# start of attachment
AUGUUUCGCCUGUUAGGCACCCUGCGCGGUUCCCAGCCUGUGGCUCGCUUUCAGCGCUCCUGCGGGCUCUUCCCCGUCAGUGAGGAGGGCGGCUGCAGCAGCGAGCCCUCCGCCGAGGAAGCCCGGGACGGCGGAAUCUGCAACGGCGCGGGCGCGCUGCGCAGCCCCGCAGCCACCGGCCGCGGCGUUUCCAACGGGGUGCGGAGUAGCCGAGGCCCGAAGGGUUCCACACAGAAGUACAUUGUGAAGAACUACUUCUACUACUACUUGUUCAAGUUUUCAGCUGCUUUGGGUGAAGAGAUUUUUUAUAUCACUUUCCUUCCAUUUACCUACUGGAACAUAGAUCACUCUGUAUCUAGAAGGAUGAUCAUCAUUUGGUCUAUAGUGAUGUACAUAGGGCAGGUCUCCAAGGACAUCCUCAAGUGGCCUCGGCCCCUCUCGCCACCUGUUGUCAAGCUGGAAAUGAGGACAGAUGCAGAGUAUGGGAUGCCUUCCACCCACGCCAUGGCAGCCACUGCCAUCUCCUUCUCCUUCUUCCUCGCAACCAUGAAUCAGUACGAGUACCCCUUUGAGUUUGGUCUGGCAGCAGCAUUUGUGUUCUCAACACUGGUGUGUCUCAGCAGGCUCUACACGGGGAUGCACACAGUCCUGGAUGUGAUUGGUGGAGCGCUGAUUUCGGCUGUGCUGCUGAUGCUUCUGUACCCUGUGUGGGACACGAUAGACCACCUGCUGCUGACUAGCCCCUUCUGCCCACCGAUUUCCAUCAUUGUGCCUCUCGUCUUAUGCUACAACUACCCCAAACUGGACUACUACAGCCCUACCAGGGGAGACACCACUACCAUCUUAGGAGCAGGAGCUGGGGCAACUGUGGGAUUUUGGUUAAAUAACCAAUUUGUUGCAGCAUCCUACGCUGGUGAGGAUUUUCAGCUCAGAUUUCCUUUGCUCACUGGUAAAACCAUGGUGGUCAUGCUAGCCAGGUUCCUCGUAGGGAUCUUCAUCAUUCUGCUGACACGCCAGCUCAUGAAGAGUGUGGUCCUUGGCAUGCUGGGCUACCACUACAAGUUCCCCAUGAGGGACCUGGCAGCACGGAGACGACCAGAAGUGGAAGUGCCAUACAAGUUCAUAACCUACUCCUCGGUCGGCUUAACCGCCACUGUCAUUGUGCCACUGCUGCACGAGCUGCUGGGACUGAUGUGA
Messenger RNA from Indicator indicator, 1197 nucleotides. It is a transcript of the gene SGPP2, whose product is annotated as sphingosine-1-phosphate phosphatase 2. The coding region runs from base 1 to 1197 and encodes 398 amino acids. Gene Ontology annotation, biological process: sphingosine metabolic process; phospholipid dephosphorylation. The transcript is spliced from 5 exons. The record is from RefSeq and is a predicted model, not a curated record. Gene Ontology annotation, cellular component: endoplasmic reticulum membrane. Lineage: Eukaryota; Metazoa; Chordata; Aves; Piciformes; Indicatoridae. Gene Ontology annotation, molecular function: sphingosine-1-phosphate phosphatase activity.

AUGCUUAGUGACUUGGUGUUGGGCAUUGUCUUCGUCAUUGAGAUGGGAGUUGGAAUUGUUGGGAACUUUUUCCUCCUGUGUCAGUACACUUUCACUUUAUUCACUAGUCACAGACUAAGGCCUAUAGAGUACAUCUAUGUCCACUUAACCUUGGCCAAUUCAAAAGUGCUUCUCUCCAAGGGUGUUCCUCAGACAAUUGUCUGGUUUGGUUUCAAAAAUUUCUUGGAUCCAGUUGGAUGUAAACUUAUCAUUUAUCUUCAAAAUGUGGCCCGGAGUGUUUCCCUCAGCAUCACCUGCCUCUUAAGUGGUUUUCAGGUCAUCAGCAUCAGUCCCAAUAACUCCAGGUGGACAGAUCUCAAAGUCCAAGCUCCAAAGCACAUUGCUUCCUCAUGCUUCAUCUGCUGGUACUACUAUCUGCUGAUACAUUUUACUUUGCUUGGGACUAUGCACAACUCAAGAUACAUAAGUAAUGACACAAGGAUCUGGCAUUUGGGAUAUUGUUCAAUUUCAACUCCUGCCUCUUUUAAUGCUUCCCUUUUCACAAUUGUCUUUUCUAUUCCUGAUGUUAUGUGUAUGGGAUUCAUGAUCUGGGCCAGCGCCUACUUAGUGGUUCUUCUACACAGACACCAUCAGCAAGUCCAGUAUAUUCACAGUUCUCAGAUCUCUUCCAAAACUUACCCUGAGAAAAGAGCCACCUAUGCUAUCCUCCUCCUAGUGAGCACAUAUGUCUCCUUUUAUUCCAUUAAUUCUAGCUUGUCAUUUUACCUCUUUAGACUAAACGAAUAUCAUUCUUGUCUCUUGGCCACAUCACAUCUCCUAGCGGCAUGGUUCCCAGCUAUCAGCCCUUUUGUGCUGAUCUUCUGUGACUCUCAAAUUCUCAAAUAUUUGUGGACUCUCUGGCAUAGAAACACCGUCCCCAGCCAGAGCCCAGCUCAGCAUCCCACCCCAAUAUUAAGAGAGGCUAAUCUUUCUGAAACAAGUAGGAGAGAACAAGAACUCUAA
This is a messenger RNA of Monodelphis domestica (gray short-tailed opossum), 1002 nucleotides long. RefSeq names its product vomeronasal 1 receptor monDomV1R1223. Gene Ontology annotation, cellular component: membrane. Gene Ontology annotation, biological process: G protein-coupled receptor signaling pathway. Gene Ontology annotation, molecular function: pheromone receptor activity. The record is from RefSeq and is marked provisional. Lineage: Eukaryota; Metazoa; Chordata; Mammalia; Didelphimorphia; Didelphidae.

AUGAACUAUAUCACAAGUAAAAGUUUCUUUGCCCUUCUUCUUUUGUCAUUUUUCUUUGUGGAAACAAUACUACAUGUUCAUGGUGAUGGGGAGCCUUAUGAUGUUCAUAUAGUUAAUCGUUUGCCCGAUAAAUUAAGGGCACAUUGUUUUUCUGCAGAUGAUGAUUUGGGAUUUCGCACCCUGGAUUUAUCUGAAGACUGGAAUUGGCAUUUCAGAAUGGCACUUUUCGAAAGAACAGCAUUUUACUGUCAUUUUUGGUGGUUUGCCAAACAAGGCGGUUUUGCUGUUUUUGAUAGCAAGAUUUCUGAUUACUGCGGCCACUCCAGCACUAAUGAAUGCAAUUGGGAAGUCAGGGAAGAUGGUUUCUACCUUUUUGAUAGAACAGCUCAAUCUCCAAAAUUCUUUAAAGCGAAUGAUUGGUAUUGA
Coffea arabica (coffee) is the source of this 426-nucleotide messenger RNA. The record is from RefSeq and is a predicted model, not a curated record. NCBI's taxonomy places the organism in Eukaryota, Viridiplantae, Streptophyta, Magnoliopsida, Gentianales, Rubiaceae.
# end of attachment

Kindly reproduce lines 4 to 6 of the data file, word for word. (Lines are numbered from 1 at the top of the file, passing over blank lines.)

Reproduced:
This is a messenger RNA of Monodelphis domestica (gray short-tailed opossum), 1002 nucleotides long. RefSeq names its product vomeronasal 1 receptor monDomV1R1223. Gene Ontology annotation, cellular component: membrane. Gene Ontology annotation, biological process: G protein-coupled receptor signaling pathway. Gene Ontology annotation, molecular function: pheromone receptor activity. The record is from RefSeq and is marked provisional. Lineage: Eukaryota; Metazoa; Chordata; Mammalia; Didelphimorphia; Didelphidae.

AUGAACUAUAUCACAAGUAAAAGUUUCUUUGCCCUUCUUCUUUUGUCAUUUUUCUUUGUGGAAACAAUACUACAUGUUCAUGGUGAUGGGGAGCCUUAUGAUGUUCAUAUAGUUAAUCGUUUGCCCGAUAAAUUAAGGGCACAUUGUUUUUCUGCAGAUGAUGAUUUGGGAUUUCGCACCCUGGAUUUAUCUGAAGACUGGAAUUGGCAUUUCAGAAUGGCACUUUUCGAAAGAACAGCAUUUUACUGUCAUUUUUGGUGGUUUGCCAAACAAGGCGGUUUUGCUGUUUUUGAUAGCAAGAUUUCUGAUUACUGCGGCCACUCCAGCACUAAUGAAUGCAAUUGGGAAGUCAGGGAAGAUGGUUUCUACCUUUUUGAUAGAACAGCUCAAUCUCCAAAAUUCUUUAAAGCGAAUGAUUGGUAUUGA
Coffea arabica (coffee) is the source of this 426-nucleotide messenger RNA. The record is from RefSeq and is a predicted model, not a curated record. NCBI's taxonomy places the organism in Eukaryota, Viridiplantae, Streptophyta, Magnoliopsida, Gentianales, Rubiaceae.